Friday, April 5, 2013

What is Obsessive–compulsive disorder (OCD) ?



Obsessive-Compulsive Disorder

  • Affects almost 3% of world’s population. 
  • Start anytime from preschool to adulthood.
  • Typically between 20-24.
  • Many different forms of OCD – differ from person to person.
  • Cause of OCD is still unknown.
  • Better when diagnosed early.

How to define OCD?
Specific criteria to be clinically diagnosed
Anxiety disorder with presence of obsessions or compulsions
ego dystonic – realize thoughts and actions are irrational or excessive
Must take up more than 1 hour a day 
Must disrupt daily routine
Symptoms can’t result from effects of other medical conditions or substances

Obsessions

  • Repetitive and constants thoughts, images, or impulses that cause anxiety or distress.
  • Thoughts, images, or impulses not about real-life problems.
  • Try to ignore or counter act thoughts, images, or impulses.
  • Thoughts, images, or impulses “recognized as a product of one’s own mind and not imposed from without”.

Compulsions

  • Repetitive behaviors or mental acts person does in reaction to obsessions. 
  • Behaviors or mental acts done to avoid or decrease distress .
  • Behaviors or mental acts are clearly excessive or not realistic .

History

  • 14th & 15th century thought people were possessed by the devil and treated by exorcism
  • 18th century finally considered medical issue
  • 20th century began treating with behavioral techniques

Theories
Scientist split into 2 groups

  • Psychological disorder where people are responsible for feelings they have
  • Abnormalities in the brain

Causes

  • Serotonin is involved in regulating anxiety.
  • Abnormality in the neurotransmitter serotonin.
  • In order to send chemical messages serotonin must bind to the receptor sites located on the neighboring nerve cells.
  • OCD suffers may have blocked or damaged receptor sites preventing serotonin from functioning to full potential.
  • Possible genetic mutation .
  • Some people suffering have mutation in the human serotonin transporter gene.

Cortico-Striatal-Thalamo-cortical loops
Orbitofrontal cortex
   Personality, emotion, response inhibition, and social behavior
> Dorsolateral cortex
   Executive functioning, planning, attention, working memory
> Anterior cingulate cortex
   Initiative, motivation

OCD and the Brain
> PET scans show people with OCD have different brain activity from others
> Another theory: miscommunication between the orbital frontal cortex, the caudate nucleus, and the thalamus
Caudate nucleus doesn't function properly and causes thalamus to become hyperactive and sends “never-ending” worry signals between OFC and thalamus  OFC responds by increasing anxiety

Comorbidity 

  • Has excessive comorbidity with other diseases
  • Common diseases: Depression, Schizophrenia, Tourette Syndrome  
  • Depression is the most common 
  • Many people with OCD suffered from depression first
  • 2/3 of OCD patients develop depression  makes OCD symptoms worse and more difficult to treat
  • People with OCD common diagnosed as Schizophrenic  hard to separate obsessions from delusions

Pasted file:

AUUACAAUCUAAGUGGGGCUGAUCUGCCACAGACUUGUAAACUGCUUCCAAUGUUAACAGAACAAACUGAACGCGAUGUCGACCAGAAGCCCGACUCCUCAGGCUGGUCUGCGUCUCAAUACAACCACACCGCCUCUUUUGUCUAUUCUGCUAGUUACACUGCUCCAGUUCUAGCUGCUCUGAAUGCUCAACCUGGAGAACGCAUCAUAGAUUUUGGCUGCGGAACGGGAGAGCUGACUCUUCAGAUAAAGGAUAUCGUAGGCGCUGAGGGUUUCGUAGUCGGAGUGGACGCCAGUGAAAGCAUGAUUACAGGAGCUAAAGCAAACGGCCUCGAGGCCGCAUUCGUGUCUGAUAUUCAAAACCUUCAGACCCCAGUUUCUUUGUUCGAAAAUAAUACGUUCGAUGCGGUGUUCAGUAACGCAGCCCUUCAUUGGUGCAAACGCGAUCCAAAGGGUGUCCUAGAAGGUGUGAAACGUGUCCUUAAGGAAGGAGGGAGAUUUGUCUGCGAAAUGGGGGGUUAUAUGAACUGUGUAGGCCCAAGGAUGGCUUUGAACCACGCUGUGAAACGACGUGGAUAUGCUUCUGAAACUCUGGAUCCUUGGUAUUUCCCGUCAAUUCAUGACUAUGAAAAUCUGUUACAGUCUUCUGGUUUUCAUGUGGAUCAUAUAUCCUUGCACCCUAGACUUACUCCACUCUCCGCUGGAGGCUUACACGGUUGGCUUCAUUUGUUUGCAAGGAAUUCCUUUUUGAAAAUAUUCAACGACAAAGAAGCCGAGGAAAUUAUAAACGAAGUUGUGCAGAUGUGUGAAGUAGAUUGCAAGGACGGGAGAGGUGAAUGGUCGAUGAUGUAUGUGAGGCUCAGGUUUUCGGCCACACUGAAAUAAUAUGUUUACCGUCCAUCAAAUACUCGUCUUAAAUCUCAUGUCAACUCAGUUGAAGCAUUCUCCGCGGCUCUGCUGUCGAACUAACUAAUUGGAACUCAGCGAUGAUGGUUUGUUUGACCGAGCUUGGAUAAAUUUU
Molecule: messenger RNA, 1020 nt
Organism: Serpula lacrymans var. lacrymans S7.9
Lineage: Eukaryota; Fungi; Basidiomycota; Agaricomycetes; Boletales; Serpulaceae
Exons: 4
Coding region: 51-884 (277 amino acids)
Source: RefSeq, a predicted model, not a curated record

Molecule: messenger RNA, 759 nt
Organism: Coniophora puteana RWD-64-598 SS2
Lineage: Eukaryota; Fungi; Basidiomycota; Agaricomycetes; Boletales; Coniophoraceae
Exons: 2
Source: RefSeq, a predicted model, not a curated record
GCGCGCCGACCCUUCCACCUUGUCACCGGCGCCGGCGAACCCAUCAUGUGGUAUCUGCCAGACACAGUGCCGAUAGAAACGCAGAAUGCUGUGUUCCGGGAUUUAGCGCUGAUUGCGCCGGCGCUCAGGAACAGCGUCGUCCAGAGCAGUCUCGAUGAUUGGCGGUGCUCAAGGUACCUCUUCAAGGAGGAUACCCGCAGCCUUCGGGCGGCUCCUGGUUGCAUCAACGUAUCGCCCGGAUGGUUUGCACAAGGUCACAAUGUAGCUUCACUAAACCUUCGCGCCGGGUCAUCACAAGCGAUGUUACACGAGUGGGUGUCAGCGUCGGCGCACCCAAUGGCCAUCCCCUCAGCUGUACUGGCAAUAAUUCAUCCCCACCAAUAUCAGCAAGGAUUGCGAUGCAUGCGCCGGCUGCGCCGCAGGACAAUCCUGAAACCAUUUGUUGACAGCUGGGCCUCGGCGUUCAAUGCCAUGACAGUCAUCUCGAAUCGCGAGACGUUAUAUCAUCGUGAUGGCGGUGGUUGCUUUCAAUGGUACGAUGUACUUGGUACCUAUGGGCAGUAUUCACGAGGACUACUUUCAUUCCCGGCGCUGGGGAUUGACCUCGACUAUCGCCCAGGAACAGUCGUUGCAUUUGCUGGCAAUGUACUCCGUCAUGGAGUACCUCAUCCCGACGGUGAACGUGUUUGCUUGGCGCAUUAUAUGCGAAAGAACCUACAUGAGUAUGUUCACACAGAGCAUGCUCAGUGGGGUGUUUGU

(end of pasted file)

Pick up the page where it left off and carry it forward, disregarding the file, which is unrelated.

Treatment

  • Only completely curable in rare cases
  • Most people have some symptom relief with treatment
  • Treatment choices depend on the problem and patients preferences

Most common treatments:

  • Behavioral Therapy
  • Cognitive Therapy
  • Medication

Cognitive-Behavioral Therapy
Cognitive: change the way they think to deal with their fears
Behavioral: change the way they react to “anxiety-provoking” situations
Exposure and Response Prevention
Slowly learning to tolerate anxiety associated with not performing ritual behavior
Psychotherapy
Talking with therapist to discover what causes the anxiety and how to deal with symptoms
Systematic Desensitization
Learning cognitive strategies to deal with anxiety then gradual exposure to feared object 
> Should be done when people are ready for it
> Must be customized for each person’s specific form of OCD and their needs
> No side affects except increased anxiety with exposure to fear
> Often lasts about 12 weeks
> Positive effects off CBT last longer than those of medication
> If OCD returns can successfully treat again with same therapy
> Best treatment approach for most is CBT combined with medication

Medication

  • Anxiolytic benzodiazepine such as chloradiazepoxide or diazepam ===> give temporary relief from anxiety but not really effective on obsessions and compulsions. 
  • Antidepressants because of common depression.
  • Selective Serotonin Reuptake Inhibitors (SSRIs): alter the levels of neurotransmitter serotonin in the brain which helps brain cells communicate with one another .
  • Prevents excess serotonin from being pumped back into original neuron that released it
  • Then can bind to receptor sites of nearby neurons and send chemical message that can help regulate anxiety and obsessive compulsive thoughts.
  • Most effective drug treatment helping about 60% of patients.
  • Ex: Prozac, Zoloft, Lexapro, Paxil

Conclusion
OCD is a complicated issue
Most cases are incurable 
Best form of treatment is CBT in combination with medication


1 comment:

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